A hostile bid is a bid against the wishes of the target company’s management and is usually presented through a tender offer under which the acquiring company offers a substantial premium to current share price as it anticipates buying shares directly from shareholders.
A takeover or bid is perceived as hostile if (1) a bidder makes a bid on a company without discussing this with the target company upfront or (2) a bidder continues with its offer although it does not have the consent of the target company.
Public offer rules
Certain rulse apply to make a public offer; the Dutch public offer rules. Both the bidder and the target company need to comply with these rules in order to secure a transparent bidding process which is structured in an orderly fashion. However, according to these rules, informing the target company up front is not obligatory.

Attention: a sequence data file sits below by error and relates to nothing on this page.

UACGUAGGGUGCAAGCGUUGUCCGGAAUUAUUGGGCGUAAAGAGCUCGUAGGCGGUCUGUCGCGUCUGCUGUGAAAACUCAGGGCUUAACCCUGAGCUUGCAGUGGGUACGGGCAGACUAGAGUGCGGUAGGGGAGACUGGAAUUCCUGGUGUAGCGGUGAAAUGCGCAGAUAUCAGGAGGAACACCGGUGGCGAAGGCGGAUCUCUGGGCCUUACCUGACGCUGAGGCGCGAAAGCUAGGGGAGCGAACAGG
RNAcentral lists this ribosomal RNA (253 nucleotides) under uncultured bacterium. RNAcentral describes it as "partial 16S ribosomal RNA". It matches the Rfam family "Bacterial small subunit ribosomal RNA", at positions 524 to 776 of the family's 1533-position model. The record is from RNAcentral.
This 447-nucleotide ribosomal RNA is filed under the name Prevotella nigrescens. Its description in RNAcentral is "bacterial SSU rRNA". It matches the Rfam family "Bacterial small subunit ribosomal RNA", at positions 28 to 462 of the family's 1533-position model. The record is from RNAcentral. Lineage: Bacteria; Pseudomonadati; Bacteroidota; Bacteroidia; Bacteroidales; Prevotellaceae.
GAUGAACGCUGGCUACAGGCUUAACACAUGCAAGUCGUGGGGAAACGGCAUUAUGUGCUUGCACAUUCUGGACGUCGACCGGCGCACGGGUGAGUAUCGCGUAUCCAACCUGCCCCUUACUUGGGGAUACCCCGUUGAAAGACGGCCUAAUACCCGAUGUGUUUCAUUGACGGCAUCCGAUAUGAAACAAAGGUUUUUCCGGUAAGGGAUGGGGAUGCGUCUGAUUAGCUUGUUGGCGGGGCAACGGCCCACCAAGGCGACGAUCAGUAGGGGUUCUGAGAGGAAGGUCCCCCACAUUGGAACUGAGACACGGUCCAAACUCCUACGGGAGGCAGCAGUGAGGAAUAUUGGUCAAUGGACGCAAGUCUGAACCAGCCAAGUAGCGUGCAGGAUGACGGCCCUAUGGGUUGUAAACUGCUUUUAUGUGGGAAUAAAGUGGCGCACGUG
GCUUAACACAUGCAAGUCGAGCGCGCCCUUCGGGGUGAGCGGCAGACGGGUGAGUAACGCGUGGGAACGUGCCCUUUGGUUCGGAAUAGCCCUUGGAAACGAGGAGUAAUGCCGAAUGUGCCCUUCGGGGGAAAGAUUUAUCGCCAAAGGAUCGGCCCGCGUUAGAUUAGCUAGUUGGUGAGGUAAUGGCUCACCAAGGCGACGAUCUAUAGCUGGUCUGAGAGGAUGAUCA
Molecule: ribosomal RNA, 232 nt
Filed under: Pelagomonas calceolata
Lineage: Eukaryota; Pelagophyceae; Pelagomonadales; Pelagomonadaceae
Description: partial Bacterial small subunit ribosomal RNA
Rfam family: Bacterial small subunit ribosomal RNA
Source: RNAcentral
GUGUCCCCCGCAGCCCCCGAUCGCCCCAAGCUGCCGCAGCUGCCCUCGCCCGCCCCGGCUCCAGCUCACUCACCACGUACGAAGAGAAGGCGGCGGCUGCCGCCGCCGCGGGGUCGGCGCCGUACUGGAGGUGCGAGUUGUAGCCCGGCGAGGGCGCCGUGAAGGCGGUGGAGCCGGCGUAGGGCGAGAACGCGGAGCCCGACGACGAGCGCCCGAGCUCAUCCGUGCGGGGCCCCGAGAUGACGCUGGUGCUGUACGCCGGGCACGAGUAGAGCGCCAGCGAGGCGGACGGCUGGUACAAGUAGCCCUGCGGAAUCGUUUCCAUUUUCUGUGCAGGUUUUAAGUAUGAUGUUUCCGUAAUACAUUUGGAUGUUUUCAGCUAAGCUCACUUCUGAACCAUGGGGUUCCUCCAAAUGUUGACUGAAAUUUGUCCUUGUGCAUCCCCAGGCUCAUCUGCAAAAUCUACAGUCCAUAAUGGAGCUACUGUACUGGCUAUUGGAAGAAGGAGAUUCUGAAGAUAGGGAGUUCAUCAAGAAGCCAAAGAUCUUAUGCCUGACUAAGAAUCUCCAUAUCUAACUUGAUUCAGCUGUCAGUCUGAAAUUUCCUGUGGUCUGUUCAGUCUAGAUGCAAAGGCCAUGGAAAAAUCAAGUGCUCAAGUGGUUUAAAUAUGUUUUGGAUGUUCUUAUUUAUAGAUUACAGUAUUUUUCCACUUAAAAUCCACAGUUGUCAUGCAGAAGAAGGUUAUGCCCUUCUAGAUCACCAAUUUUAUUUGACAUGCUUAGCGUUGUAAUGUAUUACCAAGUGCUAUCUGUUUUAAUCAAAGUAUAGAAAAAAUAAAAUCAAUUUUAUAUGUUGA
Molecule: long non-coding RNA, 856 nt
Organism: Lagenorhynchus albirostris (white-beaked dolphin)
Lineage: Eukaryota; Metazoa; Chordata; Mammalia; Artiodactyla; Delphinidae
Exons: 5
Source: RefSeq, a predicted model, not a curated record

If the target company is not interested in a takeover by the bidder and the bidder wishes to continue without consent of the target company, the bidder continues in a hostile process.
A hostile bid or takeover can be accomplished in different ways. By an (by AFM approved) offer document in which the bid is elaborately explained. A bidder can also try to convince shareholders to act in concert in replacing current management of the target company in order to execute its plans.
Preventing a hostile takeover
Companies have different tools to prevent and/or postpone a hostile takeover. A company could buy back its own shares, find another bidder of its choice or in some cases use a protection measure, like preference shares.
Often, due to the large fragmentation of share ownership in large companies and the lead the management has in terms of knowledge, it is difficult for shareholders to stand up against management. The threat of a hostile takeover is often seen as an incentive for management to take action either way. A hostile bid, successful or not, can be seen in this context as economically beneficial by shareholders.